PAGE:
In Park Chan Wook’s 2003 crime thriller Oldboy, private prison owner Chul Woong, as he is about to pull out protagonist Dae Su’s teeth with a hammer, provides an invaluable insight that every filmmaker and comic book writer/ artist should remember:
“You know, people shrivel up because they have imaginations”
Because of our active imagination, anticipation is often more thrilling than action. No modern filmmaker understands this better than Steven Spielberg. Look at how he builds up to the first dinosaur reveal in Jurassic Park:
Spielberg only cuts to the wide shot of a Brachiosaurus after showing a series of close-ups of baffled facial reactions. In the 33 seconds leading up to the shot that kicked off the age of CGI special effects, he achieved two important things:
- He made the reveal more rewarding by giving the audience time to imagine what’s waiting for them outside the frame
- He made the reveal feel bigger by contrasting the wide shot with tight close-ups
Compare this to the Optimus Prime reveal in Transformers:
The sequence is simply staged as a coverage shot of CGI effects. It’s a nice demonstration of ILM’s technological progress but lacks the wonder of Jurassic Park because there is no build up.
The so called “Spielberg face” (cutting from a close-up of facial reaction to a key wide shot) has been an effective visual strategy that Spielberg repeatedly employed throughout his filmography. (Check out Kevin B. Lee’s visual essay “The Spielberg Face”)
In comics, you can similarly toy with reader anticipation with a tool unique to the medium:
The Power of Page Turn
US comics have pages.
You have to lift your fingers, gently crease the top corner of the paper, and flip to the next page (all the while making sure you don’t get a paper cut that will sting you every time you type next day at work) to see what happens next.
It’s a more active experience than watching a cut in a movie.
Below are commonly used strategies for page turn reveals in US comics:
- A key reveal page is preceded by a set-up page that consists of tighter panels
- A wider panel (often a splash page or double page spread) is used for the reveal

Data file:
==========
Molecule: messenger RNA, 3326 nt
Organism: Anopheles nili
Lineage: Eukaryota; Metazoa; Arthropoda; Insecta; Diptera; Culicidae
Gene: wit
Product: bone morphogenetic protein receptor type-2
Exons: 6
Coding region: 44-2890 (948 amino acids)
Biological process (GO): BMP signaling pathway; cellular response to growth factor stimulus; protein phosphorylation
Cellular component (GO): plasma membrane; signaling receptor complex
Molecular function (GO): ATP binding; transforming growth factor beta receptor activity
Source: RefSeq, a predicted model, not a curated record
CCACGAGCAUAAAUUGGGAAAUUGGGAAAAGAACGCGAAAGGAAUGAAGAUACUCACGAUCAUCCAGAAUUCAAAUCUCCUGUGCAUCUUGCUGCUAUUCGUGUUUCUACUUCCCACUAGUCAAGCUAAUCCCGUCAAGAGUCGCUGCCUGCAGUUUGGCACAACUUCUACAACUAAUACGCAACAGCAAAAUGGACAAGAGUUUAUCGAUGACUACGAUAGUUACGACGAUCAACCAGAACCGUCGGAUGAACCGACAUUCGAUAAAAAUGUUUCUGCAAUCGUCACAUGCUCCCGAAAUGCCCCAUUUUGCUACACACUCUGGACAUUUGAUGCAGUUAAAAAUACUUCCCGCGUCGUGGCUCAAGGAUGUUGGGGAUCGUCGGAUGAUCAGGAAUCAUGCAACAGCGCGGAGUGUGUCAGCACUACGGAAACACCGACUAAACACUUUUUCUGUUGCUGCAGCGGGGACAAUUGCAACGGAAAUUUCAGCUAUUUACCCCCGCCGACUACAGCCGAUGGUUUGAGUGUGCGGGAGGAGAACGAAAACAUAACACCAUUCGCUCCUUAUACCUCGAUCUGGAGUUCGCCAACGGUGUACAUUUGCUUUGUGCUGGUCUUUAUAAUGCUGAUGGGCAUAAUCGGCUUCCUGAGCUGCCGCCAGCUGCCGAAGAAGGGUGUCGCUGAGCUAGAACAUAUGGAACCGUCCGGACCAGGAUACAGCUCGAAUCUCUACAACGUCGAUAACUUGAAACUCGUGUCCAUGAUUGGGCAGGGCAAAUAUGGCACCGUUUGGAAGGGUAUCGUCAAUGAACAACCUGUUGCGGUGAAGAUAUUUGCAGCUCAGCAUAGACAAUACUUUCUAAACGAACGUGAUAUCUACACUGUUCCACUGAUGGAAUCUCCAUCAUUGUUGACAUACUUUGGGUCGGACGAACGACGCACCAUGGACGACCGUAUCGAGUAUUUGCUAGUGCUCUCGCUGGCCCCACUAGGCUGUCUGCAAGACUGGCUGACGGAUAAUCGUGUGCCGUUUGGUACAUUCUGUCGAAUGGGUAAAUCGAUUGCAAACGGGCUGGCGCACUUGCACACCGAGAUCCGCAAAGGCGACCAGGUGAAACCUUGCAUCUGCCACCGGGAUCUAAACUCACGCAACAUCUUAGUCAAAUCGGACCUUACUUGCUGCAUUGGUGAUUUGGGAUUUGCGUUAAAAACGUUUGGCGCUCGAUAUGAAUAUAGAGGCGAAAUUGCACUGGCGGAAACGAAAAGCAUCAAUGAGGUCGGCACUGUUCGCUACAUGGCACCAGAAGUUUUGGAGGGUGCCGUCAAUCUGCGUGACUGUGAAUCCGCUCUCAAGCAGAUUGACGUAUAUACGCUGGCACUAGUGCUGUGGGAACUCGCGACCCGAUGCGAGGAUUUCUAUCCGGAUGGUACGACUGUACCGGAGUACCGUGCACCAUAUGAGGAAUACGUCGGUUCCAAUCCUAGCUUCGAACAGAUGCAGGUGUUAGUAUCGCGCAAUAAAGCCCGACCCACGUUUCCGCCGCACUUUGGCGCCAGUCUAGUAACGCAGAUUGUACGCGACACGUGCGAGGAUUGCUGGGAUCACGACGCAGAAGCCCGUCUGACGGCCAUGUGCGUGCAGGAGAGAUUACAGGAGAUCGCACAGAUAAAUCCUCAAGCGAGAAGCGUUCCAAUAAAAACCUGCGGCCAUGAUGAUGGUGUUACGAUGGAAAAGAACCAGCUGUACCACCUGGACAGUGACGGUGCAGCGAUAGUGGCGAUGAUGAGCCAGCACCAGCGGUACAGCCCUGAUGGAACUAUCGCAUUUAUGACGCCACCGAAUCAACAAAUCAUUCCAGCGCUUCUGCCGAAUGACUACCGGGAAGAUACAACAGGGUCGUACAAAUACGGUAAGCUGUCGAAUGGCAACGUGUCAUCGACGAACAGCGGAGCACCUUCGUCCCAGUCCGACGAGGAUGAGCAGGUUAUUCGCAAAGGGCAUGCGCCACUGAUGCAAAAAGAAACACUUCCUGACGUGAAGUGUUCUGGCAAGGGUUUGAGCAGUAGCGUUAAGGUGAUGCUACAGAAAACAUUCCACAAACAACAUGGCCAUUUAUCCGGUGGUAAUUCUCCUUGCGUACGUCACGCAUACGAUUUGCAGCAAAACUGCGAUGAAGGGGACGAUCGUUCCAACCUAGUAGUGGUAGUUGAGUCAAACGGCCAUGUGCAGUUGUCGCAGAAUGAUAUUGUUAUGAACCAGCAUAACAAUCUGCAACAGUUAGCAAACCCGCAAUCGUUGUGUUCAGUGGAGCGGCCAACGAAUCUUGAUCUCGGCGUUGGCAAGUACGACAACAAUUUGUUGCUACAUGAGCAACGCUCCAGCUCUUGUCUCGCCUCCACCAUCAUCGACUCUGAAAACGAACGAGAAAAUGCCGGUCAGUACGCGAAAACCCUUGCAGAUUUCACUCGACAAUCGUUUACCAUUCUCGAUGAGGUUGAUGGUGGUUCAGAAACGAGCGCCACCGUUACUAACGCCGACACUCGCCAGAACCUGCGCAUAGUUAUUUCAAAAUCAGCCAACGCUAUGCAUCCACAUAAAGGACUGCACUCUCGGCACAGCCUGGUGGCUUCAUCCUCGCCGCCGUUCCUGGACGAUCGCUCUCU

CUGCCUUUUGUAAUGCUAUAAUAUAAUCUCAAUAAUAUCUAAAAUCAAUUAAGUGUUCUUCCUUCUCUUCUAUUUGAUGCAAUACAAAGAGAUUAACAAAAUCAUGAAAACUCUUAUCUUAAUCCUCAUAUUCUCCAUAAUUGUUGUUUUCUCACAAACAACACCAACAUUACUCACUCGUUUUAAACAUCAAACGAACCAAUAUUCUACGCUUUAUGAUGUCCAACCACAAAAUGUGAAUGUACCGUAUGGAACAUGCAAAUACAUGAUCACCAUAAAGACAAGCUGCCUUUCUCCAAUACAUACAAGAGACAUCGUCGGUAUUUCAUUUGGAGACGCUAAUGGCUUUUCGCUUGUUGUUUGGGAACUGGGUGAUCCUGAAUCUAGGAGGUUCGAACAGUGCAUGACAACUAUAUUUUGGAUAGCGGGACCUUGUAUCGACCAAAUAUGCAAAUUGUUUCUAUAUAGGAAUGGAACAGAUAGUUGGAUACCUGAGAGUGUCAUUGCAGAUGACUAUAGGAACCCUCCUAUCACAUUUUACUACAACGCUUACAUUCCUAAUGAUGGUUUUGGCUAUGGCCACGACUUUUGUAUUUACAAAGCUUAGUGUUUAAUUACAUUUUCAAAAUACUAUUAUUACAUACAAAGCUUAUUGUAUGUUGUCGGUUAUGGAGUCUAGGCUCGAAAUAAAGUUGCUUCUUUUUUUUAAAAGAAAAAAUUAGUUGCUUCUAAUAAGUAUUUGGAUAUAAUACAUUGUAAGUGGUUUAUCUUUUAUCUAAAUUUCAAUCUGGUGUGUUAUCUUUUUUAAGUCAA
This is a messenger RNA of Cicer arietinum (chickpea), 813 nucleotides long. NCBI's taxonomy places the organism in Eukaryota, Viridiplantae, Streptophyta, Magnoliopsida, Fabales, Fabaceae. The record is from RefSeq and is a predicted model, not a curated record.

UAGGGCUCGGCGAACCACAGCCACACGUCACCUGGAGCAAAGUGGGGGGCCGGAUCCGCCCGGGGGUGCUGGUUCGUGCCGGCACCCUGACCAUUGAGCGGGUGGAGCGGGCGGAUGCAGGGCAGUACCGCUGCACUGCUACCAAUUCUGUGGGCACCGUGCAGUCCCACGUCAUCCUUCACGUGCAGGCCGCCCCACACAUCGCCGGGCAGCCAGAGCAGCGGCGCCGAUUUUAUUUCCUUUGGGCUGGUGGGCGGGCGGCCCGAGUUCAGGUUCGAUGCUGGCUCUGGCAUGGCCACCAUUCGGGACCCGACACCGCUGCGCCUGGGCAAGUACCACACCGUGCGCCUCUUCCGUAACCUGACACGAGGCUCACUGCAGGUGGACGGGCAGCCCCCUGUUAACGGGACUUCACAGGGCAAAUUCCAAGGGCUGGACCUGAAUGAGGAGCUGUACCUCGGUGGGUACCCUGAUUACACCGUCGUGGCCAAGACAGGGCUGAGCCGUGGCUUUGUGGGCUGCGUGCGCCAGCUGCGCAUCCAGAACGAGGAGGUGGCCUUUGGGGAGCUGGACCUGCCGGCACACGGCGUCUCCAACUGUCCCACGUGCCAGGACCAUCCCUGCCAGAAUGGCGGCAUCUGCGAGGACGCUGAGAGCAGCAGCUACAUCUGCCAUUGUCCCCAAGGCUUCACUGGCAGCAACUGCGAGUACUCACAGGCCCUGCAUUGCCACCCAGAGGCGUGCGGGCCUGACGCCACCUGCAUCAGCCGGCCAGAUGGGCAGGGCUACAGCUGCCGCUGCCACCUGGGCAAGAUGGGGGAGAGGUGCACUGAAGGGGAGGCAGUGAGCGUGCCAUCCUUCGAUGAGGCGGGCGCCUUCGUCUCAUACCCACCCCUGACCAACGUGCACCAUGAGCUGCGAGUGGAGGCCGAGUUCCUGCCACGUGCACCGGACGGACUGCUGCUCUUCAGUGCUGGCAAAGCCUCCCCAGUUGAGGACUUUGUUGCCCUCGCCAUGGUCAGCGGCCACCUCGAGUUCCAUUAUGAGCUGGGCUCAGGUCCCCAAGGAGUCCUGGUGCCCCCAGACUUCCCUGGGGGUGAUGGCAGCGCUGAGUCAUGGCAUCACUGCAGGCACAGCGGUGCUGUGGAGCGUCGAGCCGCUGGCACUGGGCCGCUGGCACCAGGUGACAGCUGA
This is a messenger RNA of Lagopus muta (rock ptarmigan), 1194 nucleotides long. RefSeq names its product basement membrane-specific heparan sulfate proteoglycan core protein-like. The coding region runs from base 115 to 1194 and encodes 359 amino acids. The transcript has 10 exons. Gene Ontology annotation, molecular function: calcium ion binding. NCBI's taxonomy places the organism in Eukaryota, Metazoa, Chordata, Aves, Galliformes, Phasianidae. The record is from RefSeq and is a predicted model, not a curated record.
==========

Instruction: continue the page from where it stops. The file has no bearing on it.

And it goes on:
- In standard US comics issues, page turn reveals are on even numbered pages
One of the comics that best understands the versatile dramatic potential of page turn reveal is Saga. (Written by Brian K. Vaughn, Art by Fiona Staples)
*There are spoilers going forward
Using page turn to make a reveal more spectacular (Saga issue #6, page 5, 6, 7)
In Saga issue #6 page 5, 6, and 7, Marko and Alana, lovers on the run from warring factions, finally find the spaceship that they have been looking for.
- Page 5 has 5 panels which consists of mostly close-ups and mid shots. Note that the last panel of the page is pretty much a “Spielberg face” moment
- Vaughn and Staples reveals the spaceship in a double page spread. Transition from a 5 panel page to a double page spread has a similar effect that a cut from a close-up to wide shot has
Using page turn to make a plot twist more shocking (Saga issue #3, page 23, 24)
In Saga issue #3 page 23 and 24, injured Marko is on the verge of death.
- The actual plot twist (Marko had an ex-wife that Alana didn’t know about) is presented in the last panel of page 23. However, the twist is presented in an off-hand manner. (Small panel that mostly repeats prior panel) This is more of a “Huh? Wait what?” moment
- Readers feel the full shock as they flip to the splash page. Note that you transition again from a tight frame to a wider frame
- Page 24 is also the last page of the issue. Most issues of Saga conclude with a splash page of a cliffhanger (like here) or an emotional climax (more on this below)
Using page-turn to heighten emotional impact (Saga issue #3 page 43, 44)
In Saga issue #1 page 43 and 44, Marko and Alana enjoys a brief moment of peace.
- Note how the panels are blocked according to the emotional flow of the sequence. In the first tier of page 44, Alana and Marko are in separate panels. The distance between them is widest at this point. As they reaffirm their love, distance between them close and framing becomes tighter
- Scene culminates in a splash page of them kissing. Just as the last example, this is the last page of the issue
Page Turn in Page-less Comics
US comics have pages.
But most Korean comics don’t.
Over the last decade, web comics (called webtoons) became a dominant medium in Korea. Most webtoons, primarily read in mobile devices, employ a horizontal scroll format with no page breakout.
So can you have page turn reveals in comics without pages?
More and more webtoons are replicating the impact of page turn by varying the length of scroll time. The best example of this is Yoon Tae-Ho’s Moss, a murder mystery set in a closed rural community.
In below sequence, Ryu (protagonist), who is becoming increasingly suspicious that the villagers were involved in his estranged father’s death, is sleeping alone in his father’s old house.
- As the sequence slowly builds toward a key reveal (a villager is watching Ryu), panels and white spaces become longer, elongating the scroll time
- The last 3 panels are sized so that you can only have 1 panel on screen at a time, effectively becoming 3 pages. In the last reveal panel, Yoon transitions from a tight frame to a wider frame
While you are scrolling down to the chilling last panel, you feel as if you are discovering a dreadful secret yourself.
There is a subtle magic in the split seconds before you turn a page or scroll down.
A character you have grown to love over the last 50 issues can get his head blown out. Long lost lovers, stranded in different time streams, can reunite. After 7 years of cliffhangers, the identity of the mysterious masked cult leader can finally be revealed.
0.1 mm thick portal separates you from Infinite possibilities.
You just have to flip.